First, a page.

“You really think outrageous comedy and large-breasted women,” says Second Stage Theatre artistic director Carole Rothman, who decided to bring Gemini back despite its burlesque reputation. Opening June 16, it’s staged by Off Broadway’s superstar director Mark Brokaw (How I Learned to Drive, This Is Our Youth). “It’s really a wonderfully written play, very funny, very uplifting,” Rothman says. “It had a dark side to it, a human, real side that got a little bit overlooked.” A year and a half ago, Second Stage did a reading of Gemini to see if it still worked; at the end of the afternoon, everyone cried.
Innaurato was 25 when he wrote Gemini, just out of Yale Drama School and working as a messenger. “I had the freedom of youth when I wrote it,” he says. It concerns an Italian-American boy, Francis Geminiani, home from Harvard to spend the summer in South Philly, about to turn 21 and sexually confused. His Waspy sometime girlfriend, Judith, shows up with her brother Randy, whom Francis thinks he rather prefers. Then there are Francis’s reformed gambler of a father, Fran, and his uptight girlfriend, Lucille; their oversexed next-door neighbor, Bunny; her fat transportation-obsessed son, Herschel. Cultures clash, food flies, hearts break.
If Gemini as written attempted something subtle in bridging high comedy and low, Broadway in the era of Annie and I Love My Wife wasn’t having any of that. “In 1977 and 1978, the only way to play it was to play it as a cartoon,” Innaurato recalls. “A lot of it was about the bad language, the outrageousness of it. There are people like this all around you, but society didn’t allow entertainment to acknowledge that. It’s much more realistic now.”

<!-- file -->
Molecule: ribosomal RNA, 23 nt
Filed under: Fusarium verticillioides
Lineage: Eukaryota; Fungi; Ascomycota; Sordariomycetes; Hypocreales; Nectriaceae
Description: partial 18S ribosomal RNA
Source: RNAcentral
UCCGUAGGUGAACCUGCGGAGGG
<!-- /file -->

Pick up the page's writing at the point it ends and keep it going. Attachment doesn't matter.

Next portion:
Brokaw didn’t see the original production (or the TV ads, for that matter) but has been directing scenes from the sections-with-heart in acting classes for the past twelve years. “I always loved the people in it,” he says. “It’s about a real collection of misfits who find acceptance in the most unexpected place.” In a post-ethnic world, do Italians and Wasps still count as misfits? “They still are strangers in a strange land in the world of the play,” says Brokaw. “That still holds true.”
Two years ago, Innaurato’s play about an obsessed actress, Dreading Thekla, was produced at the Williamstown Theater Festival. He couldn’t get a New York company interested, not even in a workshop, and he gave up, yet again, on the theater. With Gemini, however, Brokaw invited Innaurato to the rehearsals, and Innaurato sent Brokaw to his Philadelphia neighborhood to get a feel for the setting. That give-and-take (here’s when you should mist up) inspired Innaurato to write again. “Playwriting’s about being there, about being in touch,” he says. “If you get isolated – novelists have to be isolated or they won’t get their pages done every day unless you’re in your cabin in Montana without water, that’s when you do it – but when you’re a playwright it’s all about the chemistry and the people and the excitement.
“There are two actors in Gemini that triggered something in me,” he continues, “and I had this idea and I thought, No, I don’t want to have my heart broken again. I can’t do it again. Then I started just writing.” The new play is called Life After Sex. He won’t say much more about it than that “it’s an Albert play.
“It’s very crazy, out there, sexually deranged,” he adds.